Stahl replaces Rochat as head of Sion 2026 Olympics bid
Jurg Stahl, the president of Swiss Olympic, is to assume leadership of Sion’s bid to stage the 2026 winter Olympic Games.
Stahl, who had been vice-president of the bid in its early stages, will chair the official bid committee, succeeding Jean-Philippe Rochat, who was recently named in the Panama Papers leak.
Rochat said his primary objective had always been to “help convince the Federal Council to support the candidacy," and that now that had been achieved (in mid-October) his “duty was done.”
He admitted that “discussions around my person might weaken a project I want to succeed.”
Sion 2026 said the appointment of Stahl is the beginning of a process to make the bid more national.
Stahl said: "I am delighted to be able to devote myself fully to this extraordinary project. This is a very important commitment for Switzerland. I warmly thank Jean-Philippe Rochat for the decisive quality of his contribution and the remarkable work he has done so far."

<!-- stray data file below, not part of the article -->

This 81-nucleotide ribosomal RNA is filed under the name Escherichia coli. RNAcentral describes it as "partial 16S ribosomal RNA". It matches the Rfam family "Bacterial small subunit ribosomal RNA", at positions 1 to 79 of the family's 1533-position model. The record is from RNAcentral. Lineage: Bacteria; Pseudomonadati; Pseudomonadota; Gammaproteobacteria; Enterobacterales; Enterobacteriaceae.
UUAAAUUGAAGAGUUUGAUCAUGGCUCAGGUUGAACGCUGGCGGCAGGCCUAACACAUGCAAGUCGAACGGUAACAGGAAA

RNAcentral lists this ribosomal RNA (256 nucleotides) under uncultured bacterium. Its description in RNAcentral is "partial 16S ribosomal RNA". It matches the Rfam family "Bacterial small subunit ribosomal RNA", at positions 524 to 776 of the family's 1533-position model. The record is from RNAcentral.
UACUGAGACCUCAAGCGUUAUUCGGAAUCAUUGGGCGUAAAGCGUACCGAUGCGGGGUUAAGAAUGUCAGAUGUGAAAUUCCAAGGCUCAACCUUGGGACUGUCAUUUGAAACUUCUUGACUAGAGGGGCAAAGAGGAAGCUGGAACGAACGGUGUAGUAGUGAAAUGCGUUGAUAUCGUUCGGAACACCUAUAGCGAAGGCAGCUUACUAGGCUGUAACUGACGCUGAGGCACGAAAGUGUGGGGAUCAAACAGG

He added: "It is essential that in this phase of public discussion and advocacy, we demonstrate that modern and sustainable games will create value for the chosen sites and for the whole of Switzerland. We will highlight what can benefit everyone. "
In October, Sion 2026 dismissed Swiss reports that its budget for hosting the games had risen from SFr1.98 billion ($2 billion) to SFr2.4 billion, blaming a conflation of the proposed organising budget with costings for infrastructure and security work.
The bid told Sportcal that the organising budget remains at SFr1.98 billion, while those for infrastructure and security are SFr100 million and SFr303 million, respectively. In total, therefore, the bid expects that SFr2.4 billion would be spent on hosting the games, if Sion's bid is successful, albeit it pointed out that it is not yet clear what proportion of the SFr303-million budget will be attributable to the games.
Of the organising budget, SFr25 million is being set aside to fund bidding to host the games.
The bid received a boost in October when the Swiss government pledged to foot the bill for almost SFr1 billion of the costs. Of that figure, SFr8 million would go on the bid process itself, which will culminate with the host city vote in Milan in September 2019.
Should Sion's bid be successful, SFr827 million of federal funds would then go to help the organisation of the games themselves.
Other possible bidders include Norway, Calgary in Canada, Stockholm in Sweden, Sapporo in Japan and cities in USA, Turkey and Kazakhstan.